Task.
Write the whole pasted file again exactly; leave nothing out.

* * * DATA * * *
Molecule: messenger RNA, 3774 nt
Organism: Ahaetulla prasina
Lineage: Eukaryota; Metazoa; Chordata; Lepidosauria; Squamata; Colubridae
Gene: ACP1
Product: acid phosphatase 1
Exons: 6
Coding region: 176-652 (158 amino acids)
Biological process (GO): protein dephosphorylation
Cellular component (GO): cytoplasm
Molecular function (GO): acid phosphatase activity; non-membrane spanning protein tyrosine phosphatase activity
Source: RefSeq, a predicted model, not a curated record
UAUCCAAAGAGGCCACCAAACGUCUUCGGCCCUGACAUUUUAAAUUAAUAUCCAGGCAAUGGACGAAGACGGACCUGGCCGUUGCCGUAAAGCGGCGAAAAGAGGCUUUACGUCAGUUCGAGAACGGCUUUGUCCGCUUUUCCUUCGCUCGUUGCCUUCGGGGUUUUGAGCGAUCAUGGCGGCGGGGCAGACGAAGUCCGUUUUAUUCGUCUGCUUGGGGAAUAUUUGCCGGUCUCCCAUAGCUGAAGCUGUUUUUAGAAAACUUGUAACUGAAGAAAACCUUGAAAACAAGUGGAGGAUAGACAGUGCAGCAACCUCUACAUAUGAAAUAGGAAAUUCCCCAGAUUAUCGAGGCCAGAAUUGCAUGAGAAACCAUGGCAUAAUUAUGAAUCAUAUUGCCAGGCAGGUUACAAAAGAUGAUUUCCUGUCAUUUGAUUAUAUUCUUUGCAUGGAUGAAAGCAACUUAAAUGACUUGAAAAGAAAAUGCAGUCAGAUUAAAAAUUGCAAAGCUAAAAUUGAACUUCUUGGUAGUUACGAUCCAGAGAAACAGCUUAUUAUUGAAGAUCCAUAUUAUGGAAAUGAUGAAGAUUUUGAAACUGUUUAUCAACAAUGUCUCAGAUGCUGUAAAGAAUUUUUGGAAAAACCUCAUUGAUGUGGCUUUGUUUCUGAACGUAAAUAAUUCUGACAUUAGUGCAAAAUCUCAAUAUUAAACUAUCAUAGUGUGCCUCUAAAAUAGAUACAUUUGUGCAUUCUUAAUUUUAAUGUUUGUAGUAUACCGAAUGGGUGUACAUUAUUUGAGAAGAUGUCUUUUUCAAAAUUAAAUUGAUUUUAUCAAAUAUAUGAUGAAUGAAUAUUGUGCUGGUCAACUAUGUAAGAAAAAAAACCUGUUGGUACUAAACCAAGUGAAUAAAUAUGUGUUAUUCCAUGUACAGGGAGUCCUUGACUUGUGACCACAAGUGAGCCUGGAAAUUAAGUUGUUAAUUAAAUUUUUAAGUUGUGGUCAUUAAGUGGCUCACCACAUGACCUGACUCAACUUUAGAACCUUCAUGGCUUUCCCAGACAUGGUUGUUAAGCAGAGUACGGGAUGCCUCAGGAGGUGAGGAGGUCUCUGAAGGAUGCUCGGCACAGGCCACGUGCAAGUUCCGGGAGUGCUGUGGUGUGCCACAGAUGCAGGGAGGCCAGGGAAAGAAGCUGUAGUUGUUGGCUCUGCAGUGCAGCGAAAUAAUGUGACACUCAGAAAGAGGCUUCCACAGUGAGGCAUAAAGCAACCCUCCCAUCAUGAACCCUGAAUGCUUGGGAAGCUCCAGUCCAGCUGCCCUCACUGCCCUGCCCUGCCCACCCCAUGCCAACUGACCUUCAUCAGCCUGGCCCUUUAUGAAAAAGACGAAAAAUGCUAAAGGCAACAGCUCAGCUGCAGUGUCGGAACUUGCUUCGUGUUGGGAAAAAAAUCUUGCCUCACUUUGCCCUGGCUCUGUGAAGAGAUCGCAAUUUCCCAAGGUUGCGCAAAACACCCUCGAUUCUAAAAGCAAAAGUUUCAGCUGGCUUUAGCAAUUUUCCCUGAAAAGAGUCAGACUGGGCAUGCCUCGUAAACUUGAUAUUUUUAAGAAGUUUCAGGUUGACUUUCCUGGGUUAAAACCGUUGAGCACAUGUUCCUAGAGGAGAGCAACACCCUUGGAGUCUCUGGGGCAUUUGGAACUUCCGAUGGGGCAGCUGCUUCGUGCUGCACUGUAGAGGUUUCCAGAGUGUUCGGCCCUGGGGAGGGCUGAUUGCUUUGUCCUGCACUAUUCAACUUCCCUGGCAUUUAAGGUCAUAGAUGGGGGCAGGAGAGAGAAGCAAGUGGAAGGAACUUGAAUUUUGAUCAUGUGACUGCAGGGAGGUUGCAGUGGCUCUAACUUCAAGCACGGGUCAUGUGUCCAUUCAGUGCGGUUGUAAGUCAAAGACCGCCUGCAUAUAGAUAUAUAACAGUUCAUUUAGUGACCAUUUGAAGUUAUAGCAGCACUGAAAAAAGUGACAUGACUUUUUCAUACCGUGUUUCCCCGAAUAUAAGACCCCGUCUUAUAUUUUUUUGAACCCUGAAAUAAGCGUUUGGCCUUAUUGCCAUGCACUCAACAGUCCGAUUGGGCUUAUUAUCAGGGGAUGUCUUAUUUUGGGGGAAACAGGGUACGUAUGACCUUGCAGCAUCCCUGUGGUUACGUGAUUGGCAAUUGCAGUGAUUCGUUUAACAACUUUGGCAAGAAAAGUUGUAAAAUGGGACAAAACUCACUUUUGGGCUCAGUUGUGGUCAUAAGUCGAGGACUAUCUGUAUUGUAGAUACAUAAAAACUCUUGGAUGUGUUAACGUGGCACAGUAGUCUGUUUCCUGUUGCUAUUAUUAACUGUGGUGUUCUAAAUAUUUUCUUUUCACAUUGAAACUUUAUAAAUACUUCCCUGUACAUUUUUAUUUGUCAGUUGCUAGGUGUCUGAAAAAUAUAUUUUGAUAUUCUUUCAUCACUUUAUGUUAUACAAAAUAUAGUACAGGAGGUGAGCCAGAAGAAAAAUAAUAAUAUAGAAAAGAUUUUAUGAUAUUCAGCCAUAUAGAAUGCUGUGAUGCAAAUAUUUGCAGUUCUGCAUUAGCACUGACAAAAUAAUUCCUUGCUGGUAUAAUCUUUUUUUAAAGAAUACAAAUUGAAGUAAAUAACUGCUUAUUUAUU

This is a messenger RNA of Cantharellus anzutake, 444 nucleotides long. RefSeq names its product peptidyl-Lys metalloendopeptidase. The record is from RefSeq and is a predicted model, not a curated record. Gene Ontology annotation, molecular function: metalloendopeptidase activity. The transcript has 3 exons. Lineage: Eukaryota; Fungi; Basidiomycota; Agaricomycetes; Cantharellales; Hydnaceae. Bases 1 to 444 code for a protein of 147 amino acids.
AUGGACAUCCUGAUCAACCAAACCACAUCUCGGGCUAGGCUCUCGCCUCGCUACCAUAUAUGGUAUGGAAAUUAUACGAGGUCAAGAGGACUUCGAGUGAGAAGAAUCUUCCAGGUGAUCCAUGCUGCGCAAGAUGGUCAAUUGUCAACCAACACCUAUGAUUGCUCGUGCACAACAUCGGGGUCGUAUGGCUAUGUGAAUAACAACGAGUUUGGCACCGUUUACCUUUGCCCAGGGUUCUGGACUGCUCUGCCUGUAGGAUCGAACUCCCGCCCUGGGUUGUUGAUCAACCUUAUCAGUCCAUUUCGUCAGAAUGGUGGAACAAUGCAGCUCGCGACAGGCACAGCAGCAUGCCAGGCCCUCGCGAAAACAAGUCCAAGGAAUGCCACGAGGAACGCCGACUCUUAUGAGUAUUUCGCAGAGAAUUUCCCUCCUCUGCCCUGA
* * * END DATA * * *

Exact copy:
Molecule: messenger RNA, 3774 nt
Organism: Ahaetulla prasina
Lineage: Eukaryota; Metazoa; Chordata; Lepidosauria; Squamata; Colubridae
Gene: ACP1
Product: acid phosphatase 1
Exons: 6
Coding region: 176-652 (158 amino acids)
Biological process (GO): protein dephosphorylation
Cellular component (GO): cytoplasm
Molecular function (GO): acid phosphatase activity; non-membrane spanning protein tyrosine phosphatase activity
Source: RefSeq, a predicted model, not a curated record
UAUCCAAAGAGGCCACCAAACGUCUUCGGCCCUGACAUUUUAAAUUAAUAUCCAGGCAAUGGACGAAGACGGACCUGGCCGUUGCCGUAAAGCGGCGAAAAGAGGCUUUACGUCAGUUCGAGAACGGCUUUGUCCGCUUUUCCUUCGCUCGUUGCCUUCGGGGUUUUGAGCGAUCAUGGCGGCGGGGCAGACGAAGUCCGUUUUAUUCGUCUGCUUGGGGAAUAUUUGCCGGUCUCCCAUAGCUGAAGCUGUUUUUAGAAAACUUGUAACUGAAGAAAACCUUGAAAACAAGUGGAGGAUAGACAGUGCAGCAACCUCUACAUAUGAAAUAGGAAAUUCCCCAGAUUAUCGAGGCCAGAAUUGCAUGAGAAACCAUGGCAUAAUUAUGAAUCAUAUUGCCAGGCAGGUUACAAAAGAUGAUUUCCUGUCAUUUGAUUAUAUUCUUUGCAUGGAUGAAAGCAACUUAAAUGACUUGAAAAGAAAAUGCAGUCAGAUUAAAAAUUGCAAAGCUAAAAUUGAACUUCUUGGUAGUUACGAUCCAGAGAAACAGCUUAUUAUUGAAGAUCCAUAUUAUGGAAAUGAUGAAGAUUUUGAAACUGUUUAUCAACAAUGUCUCAGAUGCUGUAAAGAAUUUUUGGAAAAACCUCAUUGAUGUGGCUUUGUUUCUGAACGUAAAUAAUUCUGACAUUAGUGCAAAAUCUCAAUAUUAAACUAUCAUAGUGUGCCUCUAAAAUAGAUACAUUUGUGCAUUCUUAAUUUUAAUGUUUGUAGUAUACCGAAUGGGUGUACAUUAUUUGAGAAGAUGUCUUUUUCAAAAUUAAAUUGAUUUUAUCAAAUAUAUGAUGAAUGAAUAUUGUGCUGGUCAACUAUGUAAGAAAAAAAACCUGUUGGUACUAAACCAAGUGAAUAAAUAUGUGUUAUUCCAUGUACAGGGAGUCCUUGACUUGUGACCACAAGUGAGCCUGGAAAUUAAGUUGUUAAUUAAAUUUUUAAGUUGUGGUCAUUAAGUGGCUCACCACAUGACCUGACUCAACUUUAGAACCUUCAUGGCUUUCCCAGACAUGGUUGUUAAGCAGAGUACGGGAUGCCUCAGGAGGUGAGGAGGUCUCUGAAGGAUGCUCGGCACAGGCCACGUGCAAGUUCCGGGAGUGCUGUGGUGUGCCACAGAUGCAGGGAGGCCAGGGAAAGAAGCUGUAGUUGUUGGCUCUGCAGUGCAGCGAAAUAAUGUGACACUCAGAAAGAGGCUUCCACAGUGAGGCAUAAAGCAACCCUCCCAUCAUGAACCCUGAAUGCUUGGGAAGCUCCAGUCCAGCUGCCCUCACUGCCCUGCCCUGCCCACCCCAUGCCAACUGACCUUCAUCAGCCUGGCCCUUUAUGAAAAAGACGAAAAAUGCUAAAGGCAACAGCUCAGCUGCAGUGUCGGAACUUGCUUCGUGUUGGGAAAAAAAUCUUGCCUCACUUUGCCCUGGCUCUGUGAAGAGAUCGCAAUUUCCCAAGGUUGCGCAAAACACCCUCGAUUCUAAAAGCAAAAGUUUCAGCUGGCUUUAGCAAUUUUCCCUGAAAAGAGUCAGACUGGGCAUGCCUCGUAAACUUGAUAUUUUUAAGAAGUUUCAGGUUGACUUUCCUGGGUUAAAACCGUUGAGCACAUGUUCCUAGAGGAGAGCAACACCCUUGGAGUCUCUGGGGCAUUUGGAACUUCCGAUGGGGCAGCUGCUUCGUGCUGCACUGUAGAGGUUUCCAGAGUGUUCGGCCCUGGGGAGGGCUGAUUGCUUUGUCCUGCACUAUUCAACUUCCCUGGCAUUUAAGGUCAUAGAUGGGGGCAGGAGAGAGAAGCAAGUGGAAGGAACUUGAAUUUUGAUCAUGUGACUGCAGGGAGGUUGCAGUGGCUCUAACUUCAAGCACGGGUCAUGUGUCCAUUCAGUGCGGUUGUAAGUCAAAGACCGCCUGCAUAUAGAUAUAUAACAGUUCAUUUAGUGACCAUUUGAAGUUAUAGCAGCACUGAAAAAAGUGACAUGACUUUUUCAUACCGUGUUUCCCCGAAUAUAAGACCCCGUCUUAUAUUUUUUUGAACCCUGAAAUAAGCGUUUGGCCUUAUUGCCAUGCACUCAACAGUCCGAUUGGGCUUAUUAUCAGGGGAUGUCUUAUUUUGGGGGAAACAGGGUACGUAUGACCUUGCAGCAUCCCUGUGGUUACGUGAUUGGCAAUUGCAGUGAUUCGUUUAACAACUUUGGCAAGAAAAGUUGUAAAAUGGGACAAAACUCACUUUUGGGCUCAGUUGUGGUCAUAAGUCGAGGACUAUCUGUAUUGUAGAUACAUAAAAACUCUUGGAUGUGUUAACGUGGCACAGUAGUCUGUUUCCUGUUGCUAUUAUUAACUGUGGUGUUCUAAAUAUUUUCUUUUCACAUUGAAACUUUAUAAAUACUUCCCUGUACAUUUUUAUUUGUCAGUUGCUAGGUGUCUGAAAAAUAUAUUUUGAUAUUCUUUCAUCACUUUAUGUUAUACAAAAUAUAGUACAGGAGGUGAGCCAGAAGAAAAAUAAUAAUAUAGAAAAGAUUUUAUGAUAUUCAGCCAUAUAGAAUGCUGUGAUGCAAAUAUUUGCAGUUCUGCAUUAGCACUGACAAAAUAAUUCCUUGCUGGUAUAAUCUUUUUUUAAAGAAUACAAAUUGAAGUAAAUAACUGCUUAUUUAUU

This is a messenger RNA of Cantharellus anzutake, 444 nucleotides long. RefSeq names its product peptidyl-Lys metalloendopeptidase. The record is from RefSeq and is a predicted model, not a curated record. Gene Ontology annotation, molecular function: metalloendopeptidase activity. The transcript has 3 exons. Lineage: Eukaryota; Fungi; Basidiomycota; Agaricomycetes; Cantharellales; Hydnaceae. Bases 1 to 444 code for a protein of 147 amino acids.
AUGGACAUCCUGAUCAACCAAACCACAUCUCGGGCUAGGCUCUCGCCUCGCUACCAUAUAUGGUAUGGAAAUUAUACGAGGUCAAGAGGACUUCGAGUGAGAAGAAUCUUCCAGGUGAUCCAUGCUGCGCAAGAUGGUCAAUUGUCAACCAACACCUAUGAUUGCUCGUGCACAACAUCGGGGUCGUAUGGCUAUGUGAAUAACAACGAGUUUGGCACCGUUUACCUUUGCCCAGGGUUCUGGACUGCUCUGCCUGUAGGAUCGAACUCCCGCCCUGGGUUGUUGAUCAACCUUAUCAGUCCAUUUCGUCAGAAUGGUGGAACAAUGCAGCUCGCGACAGGCACAGCAGCAUGCCAGGCCCUCGCGAAAACAAGUCCAAGGAAUGCCACGAGGAACGCCGACUCUUAUGAGUAUUUCGCAGAGAAUUUCCCUCCUCUGCCCUGA